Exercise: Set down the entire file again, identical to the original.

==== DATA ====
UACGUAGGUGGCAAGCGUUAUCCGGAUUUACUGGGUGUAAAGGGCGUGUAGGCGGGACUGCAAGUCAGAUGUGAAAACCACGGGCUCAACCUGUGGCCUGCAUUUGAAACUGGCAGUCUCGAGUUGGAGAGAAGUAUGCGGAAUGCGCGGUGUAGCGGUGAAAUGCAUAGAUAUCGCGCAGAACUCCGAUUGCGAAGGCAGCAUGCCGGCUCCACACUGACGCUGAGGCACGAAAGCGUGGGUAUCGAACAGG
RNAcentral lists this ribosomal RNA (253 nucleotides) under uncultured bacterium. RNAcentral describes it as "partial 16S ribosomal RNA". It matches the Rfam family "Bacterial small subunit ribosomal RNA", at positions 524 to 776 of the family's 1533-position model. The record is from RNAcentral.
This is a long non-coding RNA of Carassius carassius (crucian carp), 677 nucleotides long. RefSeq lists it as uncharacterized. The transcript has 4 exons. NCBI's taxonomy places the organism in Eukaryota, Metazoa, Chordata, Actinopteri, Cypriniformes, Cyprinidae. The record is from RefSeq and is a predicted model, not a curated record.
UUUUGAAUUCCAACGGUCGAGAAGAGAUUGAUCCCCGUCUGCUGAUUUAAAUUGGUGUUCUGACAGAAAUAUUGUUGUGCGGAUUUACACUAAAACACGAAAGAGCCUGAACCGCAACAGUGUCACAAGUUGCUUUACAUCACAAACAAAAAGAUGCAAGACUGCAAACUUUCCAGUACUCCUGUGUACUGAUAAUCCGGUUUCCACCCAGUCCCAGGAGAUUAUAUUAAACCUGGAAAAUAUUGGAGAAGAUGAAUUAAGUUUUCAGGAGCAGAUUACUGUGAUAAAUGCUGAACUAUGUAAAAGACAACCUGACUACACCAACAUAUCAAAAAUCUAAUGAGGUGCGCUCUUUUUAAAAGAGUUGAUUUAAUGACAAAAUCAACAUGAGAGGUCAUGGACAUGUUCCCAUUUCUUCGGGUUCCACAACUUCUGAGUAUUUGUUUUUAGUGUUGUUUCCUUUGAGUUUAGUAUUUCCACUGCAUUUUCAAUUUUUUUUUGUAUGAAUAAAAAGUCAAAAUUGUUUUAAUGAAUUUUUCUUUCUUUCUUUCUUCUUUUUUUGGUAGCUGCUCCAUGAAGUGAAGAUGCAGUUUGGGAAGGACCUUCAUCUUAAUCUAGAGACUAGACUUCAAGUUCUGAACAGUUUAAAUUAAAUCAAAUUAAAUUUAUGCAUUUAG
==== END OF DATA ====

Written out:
UACGUAGGUGGCAAGCGUUAUCCGGAUUUACUGGGUGUAAAGGGCGUGUAGGCGGGACUGCAAGUCAGAUGUGAAAACCACGGGCUCAACCUGUGGCCUGCAUUUGAAACUGGCAGUCUCGAGUUGGAGAGAAGUAUGCGGAAUGCGCGGUGUAGCGGUGAAAUGCAUAGAUAUCGCGCAGAACUCCGAUUGCGAAGGCAGCAUGCCGGCUCCACACUGACGCUGAGGCACGAAAGCGUGGGUAUCGAACAGG
RNAcentral lists this ribosomal RNA (253 nucleotides) under uncultured bacterium. RNAcentral describes it as "partial 16S ribosomal RNA". It matches the Rfam family "Bacterial small subunit ribosomal RNA", at positions 524 to 776 of the family's 1533-position model. The record is from RNAcentral.
This is a long non-coding RNA of Carassius carassius (crucian carp), 677 nucleotides long. RefSeq lists it as uncharacterized. The transcript has 4 exons. NCBI's taxonomy places the organism in Eukaryota, Metazoa, Chordata, Actinopteri, Cypriniformes, Cyprinidae. The record is from RefSeq and is a predicted model, not a curated record.
UUUUGAAUUCCAACGGUCGAGAAGAGAUUGAUCCCCGUCUGCUGAUUUAAAUUGGUGUUCUGACAGAAAUAUUGUUGUGCGGAUUUACACUAAAACACGAAAGAGCCUGAACCGCAACAGUGUCACAAGUUGCUUUACAUCACAAACAAAAAGAUGCAAGACUGCAAACUUUCCAGUACUCCUGUGUACUGAUAAUCCGGUUUCCACCCAGUCCCAGGAGAUUAUAUUAAACCUGGAAAAUAUUGGAGAAGAUGAAUUAAGUUUUCAGGAGCAGAUUACUGUGAUAAAUGCUGAACUAUGUAAAAGACAACCUGACUACACCAACAUAUCAAAAAUCUAAUGAGGUGCGCUCUUUUUAAAAGAGUUGAUUUAAUGACAAAAUCAACAUGAGAGGUCAUGGACAUGUUCCCAUUUCUUCGGGUUCCACAACUUCUGAGUAUUUGUUUUUAGUGUUGUUUCCUUUGAGUUUAGUAUUUCCACUGCAUUUUCAAUUUUUUUUUGUAUGAAUAAAAAGUCAAAAUUGUUUUAAUGAAUUUUUCUUUCUUUCUUUCUUCUUUUUUUGGUAGCUGCUCCAUGAAGUGAAGAUGCAGUUUGGGAAGGACCUUCAUCUUAAUCUAGAGACUAGACUUCAAGUUCUGAACAGUUUAAAUUAAAUCAAAUUAAAUUUAUGCAUUUAG